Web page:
American Toads cross the roads
in Roxborough to get to their major breeding ground – the abandoned Roxborough Reservoir.
The adults cross in the evenings after sunset in late March / early April. They are hard to see when driving and get run over by cars
The “Toad Detour” aims to help these toads make it across without being run over. The Toad Detour secures a permit from the city
of Philadelphia to route traffic away
from portions of Port Royal Avenue and Eva Street in the evenings when toads are migrating.
American Toads are a thriving amphibian species in the eastern United States. They are not
endangered or threatened; they are harmless
to humans and generally beneficial creatures in suburban life.
Please see the predictor site so you know whether toads are predicted to cross.
Park under the radio tower at Port Royal Avenue and Hagys Mill Road
. Get there at or before sunset.
The official sponsor of the Toad Detour is the Schuylkill Center for Environmental Education. Please check out these two links: Official web site of the Toad Detour.
Toad Detour Facebook page
. Many volunteers also communicate through a Facebook group
. These will let you know which nights to expect other volunteers at the site. Volunteers will be there when the conditions are right for the toads to cross, which is generally when it is (relatively) warm and wet.
Since this is a nighttime activity, you’ll need lights. A cell phone light is not good enough
. Headlamps work great because they keep the hands free to do other stuff. Home Depot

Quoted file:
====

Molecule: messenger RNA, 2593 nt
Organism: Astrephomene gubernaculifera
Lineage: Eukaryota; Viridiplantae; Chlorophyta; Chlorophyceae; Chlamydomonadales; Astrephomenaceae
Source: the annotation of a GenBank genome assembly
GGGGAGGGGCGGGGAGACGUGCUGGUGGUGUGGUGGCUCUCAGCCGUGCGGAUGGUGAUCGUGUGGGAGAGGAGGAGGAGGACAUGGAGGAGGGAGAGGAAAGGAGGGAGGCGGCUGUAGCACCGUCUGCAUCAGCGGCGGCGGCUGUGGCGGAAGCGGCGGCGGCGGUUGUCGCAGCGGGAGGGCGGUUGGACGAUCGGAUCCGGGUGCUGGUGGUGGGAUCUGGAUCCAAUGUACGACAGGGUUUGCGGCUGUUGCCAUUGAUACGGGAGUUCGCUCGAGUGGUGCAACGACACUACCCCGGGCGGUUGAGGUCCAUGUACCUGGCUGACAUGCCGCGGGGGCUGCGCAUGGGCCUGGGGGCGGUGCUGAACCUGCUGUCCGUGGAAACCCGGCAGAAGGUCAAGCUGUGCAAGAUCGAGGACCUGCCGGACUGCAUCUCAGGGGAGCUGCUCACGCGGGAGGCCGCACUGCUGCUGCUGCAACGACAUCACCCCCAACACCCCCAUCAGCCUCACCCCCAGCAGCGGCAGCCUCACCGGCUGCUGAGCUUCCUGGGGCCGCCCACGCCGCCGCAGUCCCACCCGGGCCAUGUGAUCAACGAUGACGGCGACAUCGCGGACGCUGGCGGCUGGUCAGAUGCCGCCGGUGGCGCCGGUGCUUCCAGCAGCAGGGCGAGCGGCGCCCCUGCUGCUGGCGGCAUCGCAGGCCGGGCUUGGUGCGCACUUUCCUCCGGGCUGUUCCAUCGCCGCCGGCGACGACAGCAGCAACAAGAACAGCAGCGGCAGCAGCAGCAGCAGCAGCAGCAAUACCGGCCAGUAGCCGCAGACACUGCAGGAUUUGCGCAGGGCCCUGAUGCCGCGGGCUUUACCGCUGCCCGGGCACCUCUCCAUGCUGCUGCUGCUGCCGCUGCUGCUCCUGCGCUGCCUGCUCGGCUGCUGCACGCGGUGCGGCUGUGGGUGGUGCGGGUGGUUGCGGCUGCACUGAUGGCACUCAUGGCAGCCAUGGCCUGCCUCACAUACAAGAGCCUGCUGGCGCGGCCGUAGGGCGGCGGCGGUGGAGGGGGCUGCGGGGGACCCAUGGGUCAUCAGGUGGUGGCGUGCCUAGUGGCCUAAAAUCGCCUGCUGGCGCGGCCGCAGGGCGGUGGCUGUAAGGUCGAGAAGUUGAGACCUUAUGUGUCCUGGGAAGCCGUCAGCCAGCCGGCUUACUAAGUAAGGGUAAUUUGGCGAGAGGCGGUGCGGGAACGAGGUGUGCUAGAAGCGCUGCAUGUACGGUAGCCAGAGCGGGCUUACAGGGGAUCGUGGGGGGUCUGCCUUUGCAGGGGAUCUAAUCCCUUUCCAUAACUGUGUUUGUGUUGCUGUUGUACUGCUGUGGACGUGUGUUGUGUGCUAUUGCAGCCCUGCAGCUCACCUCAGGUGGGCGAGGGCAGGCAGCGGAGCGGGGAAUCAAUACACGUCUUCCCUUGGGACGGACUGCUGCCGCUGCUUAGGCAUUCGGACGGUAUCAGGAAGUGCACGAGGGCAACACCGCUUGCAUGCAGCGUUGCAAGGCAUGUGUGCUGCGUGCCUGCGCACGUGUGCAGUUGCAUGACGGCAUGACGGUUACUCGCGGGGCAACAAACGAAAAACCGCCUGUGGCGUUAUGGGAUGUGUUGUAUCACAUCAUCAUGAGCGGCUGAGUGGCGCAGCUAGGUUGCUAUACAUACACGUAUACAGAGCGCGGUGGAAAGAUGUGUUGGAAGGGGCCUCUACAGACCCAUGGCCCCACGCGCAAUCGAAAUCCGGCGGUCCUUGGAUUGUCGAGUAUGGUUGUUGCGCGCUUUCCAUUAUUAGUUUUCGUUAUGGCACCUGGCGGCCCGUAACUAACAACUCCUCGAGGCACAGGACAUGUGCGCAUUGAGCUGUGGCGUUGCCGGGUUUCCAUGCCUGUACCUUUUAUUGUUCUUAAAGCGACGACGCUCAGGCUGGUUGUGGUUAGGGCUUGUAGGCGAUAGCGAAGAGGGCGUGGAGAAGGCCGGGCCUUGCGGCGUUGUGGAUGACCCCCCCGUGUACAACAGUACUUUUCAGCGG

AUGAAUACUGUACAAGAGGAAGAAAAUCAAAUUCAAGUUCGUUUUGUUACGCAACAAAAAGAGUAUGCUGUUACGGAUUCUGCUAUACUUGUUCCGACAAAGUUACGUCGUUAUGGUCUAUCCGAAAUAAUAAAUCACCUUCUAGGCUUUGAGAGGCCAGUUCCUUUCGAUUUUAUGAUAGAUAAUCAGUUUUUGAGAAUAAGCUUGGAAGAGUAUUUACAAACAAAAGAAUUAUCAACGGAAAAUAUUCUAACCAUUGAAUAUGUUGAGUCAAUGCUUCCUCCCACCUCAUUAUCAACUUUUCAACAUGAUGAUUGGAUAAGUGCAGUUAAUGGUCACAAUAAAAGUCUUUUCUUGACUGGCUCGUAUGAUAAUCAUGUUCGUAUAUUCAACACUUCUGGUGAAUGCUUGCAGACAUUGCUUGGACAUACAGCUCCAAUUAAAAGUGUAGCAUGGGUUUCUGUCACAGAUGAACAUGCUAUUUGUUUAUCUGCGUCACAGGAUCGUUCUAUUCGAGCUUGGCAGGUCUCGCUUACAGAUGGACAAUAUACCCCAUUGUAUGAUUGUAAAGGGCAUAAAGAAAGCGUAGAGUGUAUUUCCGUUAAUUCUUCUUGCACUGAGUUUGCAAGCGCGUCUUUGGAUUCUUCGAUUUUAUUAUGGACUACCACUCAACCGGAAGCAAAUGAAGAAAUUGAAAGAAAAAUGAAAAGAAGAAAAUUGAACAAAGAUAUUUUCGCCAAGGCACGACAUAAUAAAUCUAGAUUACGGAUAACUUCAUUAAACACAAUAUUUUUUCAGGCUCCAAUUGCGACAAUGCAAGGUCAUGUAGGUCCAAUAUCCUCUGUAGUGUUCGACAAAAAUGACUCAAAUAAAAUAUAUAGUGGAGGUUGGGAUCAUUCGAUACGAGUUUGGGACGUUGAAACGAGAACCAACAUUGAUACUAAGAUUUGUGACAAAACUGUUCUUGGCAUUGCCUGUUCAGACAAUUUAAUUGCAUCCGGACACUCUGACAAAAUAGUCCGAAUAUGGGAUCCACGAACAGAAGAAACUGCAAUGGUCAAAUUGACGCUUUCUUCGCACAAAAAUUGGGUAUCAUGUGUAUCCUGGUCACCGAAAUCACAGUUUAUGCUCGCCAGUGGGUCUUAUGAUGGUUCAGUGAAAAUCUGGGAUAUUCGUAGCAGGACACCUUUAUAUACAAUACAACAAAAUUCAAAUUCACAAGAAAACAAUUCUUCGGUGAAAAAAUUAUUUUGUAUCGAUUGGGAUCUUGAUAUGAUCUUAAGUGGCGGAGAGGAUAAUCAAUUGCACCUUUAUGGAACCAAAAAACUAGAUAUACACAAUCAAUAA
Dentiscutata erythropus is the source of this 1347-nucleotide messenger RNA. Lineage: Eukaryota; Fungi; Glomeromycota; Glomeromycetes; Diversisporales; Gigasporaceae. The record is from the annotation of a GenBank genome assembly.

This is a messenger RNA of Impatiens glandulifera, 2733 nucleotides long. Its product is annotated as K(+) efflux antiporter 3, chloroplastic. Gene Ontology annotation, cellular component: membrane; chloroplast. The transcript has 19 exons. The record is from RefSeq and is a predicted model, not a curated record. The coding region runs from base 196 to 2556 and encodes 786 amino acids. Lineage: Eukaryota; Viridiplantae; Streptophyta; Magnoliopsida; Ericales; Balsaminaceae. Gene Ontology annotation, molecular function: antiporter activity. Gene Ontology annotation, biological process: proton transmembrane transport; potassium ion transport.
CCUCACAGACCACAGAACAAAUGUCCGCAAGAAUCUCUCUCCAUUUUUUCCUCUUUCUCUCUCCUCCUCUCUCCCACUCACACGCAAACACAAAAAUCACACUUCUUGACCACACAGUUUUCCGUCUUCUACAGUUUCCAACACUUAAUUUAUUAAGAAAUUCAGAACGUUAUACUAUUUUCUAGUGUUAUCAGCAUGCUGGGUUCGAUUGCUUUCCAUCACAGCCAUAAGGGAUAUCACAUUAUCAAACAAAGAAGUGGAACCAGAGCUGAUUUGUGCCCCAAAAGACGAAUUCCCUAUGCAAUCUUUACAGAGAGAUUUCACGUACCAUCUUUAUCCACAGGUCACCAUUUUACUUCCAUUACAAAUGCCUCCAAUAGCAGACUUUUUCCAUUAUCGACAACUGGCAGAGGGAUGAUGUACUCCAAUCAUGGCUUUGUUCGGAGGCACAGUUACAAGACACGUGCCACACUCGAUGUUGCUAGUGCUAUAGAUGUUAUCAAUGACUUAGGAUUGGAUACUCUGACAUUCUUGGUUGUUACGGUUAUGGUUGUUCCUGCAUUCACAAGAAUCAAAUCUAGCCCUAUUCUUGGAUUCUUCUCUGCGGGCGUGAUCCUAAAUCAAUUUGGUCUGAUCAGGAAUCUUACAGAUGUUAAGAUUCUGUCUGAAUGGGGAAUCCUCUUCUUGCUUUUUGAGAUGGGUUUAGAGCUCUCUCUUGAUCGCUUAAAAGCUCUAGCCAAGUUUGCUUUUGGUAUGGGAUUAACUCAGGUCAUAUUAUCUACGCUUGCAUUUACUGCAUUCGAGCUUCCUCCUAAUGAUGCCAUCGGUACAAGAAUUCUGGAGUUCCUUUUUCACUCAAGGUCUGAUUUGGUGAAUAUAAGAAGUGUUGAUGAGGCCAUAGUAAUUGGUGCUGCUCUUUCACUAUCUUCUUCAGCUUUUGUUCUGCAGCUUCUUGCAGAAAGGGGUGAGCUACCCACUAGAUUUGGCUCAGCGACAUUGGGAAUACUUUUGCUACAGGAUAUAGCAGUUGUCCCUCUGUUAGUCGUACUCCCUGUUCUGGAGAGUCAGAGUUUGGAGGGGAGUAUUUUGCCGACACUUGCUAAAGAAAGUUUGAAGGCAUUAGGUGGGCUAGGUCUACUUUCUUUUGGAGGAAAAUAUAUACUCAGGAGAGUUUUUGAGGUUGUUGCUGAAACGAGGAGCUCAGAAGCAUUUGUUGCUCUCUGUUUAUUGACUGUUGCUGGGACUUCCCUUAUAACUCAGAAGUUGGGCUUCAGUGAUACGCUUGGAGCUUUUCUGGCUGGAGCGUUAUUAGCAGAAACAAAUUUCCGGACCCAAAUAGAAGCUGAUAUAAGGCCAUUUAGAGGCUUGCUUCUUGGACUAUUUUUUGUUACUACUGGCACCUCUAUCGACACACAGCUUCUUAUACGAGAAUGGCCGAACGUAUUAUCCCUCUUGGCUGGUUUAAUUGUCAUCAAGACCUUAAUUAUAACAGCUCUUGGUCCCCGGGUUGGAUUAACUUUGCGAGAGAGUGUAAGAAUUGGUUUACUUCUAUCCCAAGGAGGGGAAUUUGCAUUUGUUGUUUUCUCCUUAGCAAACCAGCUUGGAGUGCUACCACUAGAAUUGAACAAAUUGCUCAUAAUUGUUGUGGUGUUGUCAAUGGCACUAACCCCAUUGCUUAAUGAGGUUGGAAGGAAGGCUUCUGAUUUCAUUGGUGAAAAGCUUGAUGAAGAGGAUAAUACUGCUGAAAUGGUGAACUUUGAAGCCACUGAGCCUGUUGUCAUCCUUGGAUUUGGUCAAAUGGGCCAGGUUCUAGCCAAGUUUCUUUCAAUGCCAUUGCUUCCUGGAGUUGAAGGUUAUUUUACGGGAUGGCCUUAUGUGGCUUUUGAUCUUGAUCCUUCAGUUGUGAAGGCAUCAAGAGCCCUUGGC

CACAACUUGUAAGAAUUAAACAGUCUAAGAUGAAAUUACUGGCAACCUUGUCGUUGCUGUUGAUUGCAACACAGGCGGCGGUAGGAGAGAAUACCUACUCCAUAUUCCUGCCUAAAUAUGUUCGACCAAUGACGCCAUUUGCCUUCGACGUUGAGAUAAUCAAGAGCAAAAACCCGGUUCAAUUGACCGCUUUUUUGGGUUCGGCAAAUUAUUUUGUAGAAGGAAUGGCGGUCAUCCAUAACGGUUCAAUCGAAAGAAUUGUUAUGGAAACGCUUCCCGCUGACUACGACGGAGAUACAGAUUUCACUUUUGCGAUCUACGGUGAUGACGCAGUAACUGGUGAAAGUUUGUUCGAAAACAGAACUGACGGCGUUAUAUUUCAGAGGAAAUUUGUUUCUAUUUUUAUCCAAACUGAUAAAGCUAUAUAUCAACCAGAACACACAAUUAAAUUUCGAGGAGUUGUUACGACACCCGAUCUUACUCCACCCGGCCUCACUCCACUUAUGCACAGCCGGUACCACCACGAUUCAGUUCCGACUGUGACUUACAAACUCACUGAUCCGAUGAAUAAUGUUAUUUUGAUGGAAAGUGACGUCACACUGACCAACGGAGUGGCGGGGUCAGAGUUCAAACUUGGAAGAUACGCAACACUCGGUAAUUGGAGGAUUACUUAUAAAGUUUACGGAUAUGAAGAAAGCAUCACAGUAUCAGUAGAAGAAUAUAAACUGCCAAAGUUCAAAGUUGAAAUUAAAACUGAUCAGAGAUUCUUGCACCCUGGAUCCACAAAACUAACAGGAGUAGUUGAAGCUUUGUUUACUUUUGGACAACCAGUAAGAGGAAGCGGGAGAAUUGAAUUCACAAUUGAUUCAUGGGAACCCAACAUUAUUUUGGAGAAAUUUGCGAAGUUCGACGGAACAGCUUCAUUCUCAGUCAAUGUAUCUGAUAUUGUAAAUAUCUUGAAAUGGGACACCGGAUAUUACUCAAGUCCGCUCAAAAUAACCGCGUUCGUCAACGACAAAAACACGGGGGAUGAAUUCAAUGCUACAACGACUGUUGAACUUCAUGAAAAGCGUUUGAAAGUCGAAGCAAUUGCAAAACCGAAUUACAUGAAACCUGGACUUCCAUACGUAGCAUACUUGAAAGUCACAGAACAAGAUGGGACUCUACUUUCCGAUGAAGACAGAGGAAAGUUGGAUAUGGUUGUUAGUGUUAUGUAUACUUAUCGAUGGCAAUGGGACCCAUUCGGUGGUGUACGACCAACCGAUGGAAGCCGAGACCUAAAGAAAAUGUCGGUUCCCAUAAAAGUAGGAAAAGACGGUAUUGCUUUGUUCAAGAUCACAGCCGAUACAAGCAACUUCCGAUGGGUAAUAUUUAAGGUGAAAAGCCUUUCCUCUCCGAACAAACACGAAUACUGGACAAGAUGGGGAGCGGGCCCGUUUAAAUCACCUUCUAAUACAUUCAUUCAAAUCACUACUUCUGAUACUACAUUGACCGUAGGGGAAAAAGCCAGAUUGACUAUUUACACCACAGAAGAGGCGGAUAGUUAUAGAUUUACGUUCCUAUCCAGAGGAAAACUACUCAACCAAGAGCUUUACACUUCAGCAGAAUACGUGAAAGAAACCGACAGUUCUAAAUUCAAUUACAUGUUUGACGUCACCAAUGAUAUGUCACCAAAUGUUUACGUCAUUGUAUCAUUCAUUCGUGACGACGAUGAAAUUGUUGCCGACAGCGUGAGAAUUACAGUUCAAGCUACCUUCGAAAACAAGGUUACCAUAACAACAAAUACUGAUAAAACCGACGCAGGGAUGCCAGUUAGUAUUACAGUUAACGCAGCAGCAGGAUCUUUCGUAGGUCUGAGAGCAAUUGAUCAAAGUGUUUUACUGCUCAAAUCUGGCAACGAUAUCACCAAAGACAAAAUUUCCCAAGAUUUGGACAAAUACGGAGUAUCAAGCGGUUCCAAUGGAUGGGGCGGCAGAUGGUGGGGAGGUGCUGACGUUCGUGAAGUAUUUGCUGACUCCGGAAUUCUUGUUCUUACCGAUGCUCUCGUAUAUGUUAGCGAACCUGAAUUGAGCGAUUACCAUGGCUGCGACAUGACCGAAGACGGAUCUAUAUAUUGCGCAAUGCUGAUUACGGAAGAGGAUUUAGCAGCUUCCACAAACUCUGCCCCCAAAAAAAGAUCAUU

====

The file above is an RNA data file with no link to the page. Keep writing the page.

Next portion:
have $16 or less 300 lumen headlamps, batteries included. Everyone
should (including your kids) should have their own light. If you find that you like using the headlamp a lot, you probably should invest in some rechargeable batteries.
You do not need a heavy jacket. If it is cold, there will not be toads crossing. Toads like warm, rainy nights. A light rain coat would be a good investment.
Look at the predictor
page to see which nights to come and when to come (sunset). There is no point coming when there will be no toads.
Please be nice to the toads. Keep them close to the ground - don't drop them
trying to get a selfie! They will jump out of your hands and hit the pavement. The toads will not give you warts. They are harmless unless you try to eat them.
Please leave your dogs at home. At the best they will be a distraction; at worst they will lunge at the toads.
Please don't pick up the pickerel frogs. They are very fast - just (gently) chase them across the street if you want. The pickerel frogs are somewhat toxic to the toads.
You may also see some very small snakes, an occasional bullfrog, tree frog and a bunch of small wolf spiders.
There is no reason to put any toads in a bucket within the (safe) detour boundaries. Buckets are used outside the barricades. Buckets are disruptive though - toads don't perform the complete migration, females are introduced to males earlier than otherwise, etc., so they should be used only as needed. Females accidently "introduced" to males in a bucket are going to have a very hard time climbing up to the top of the reservoir. In this case it might be wise to transport them to the top of the reservoir.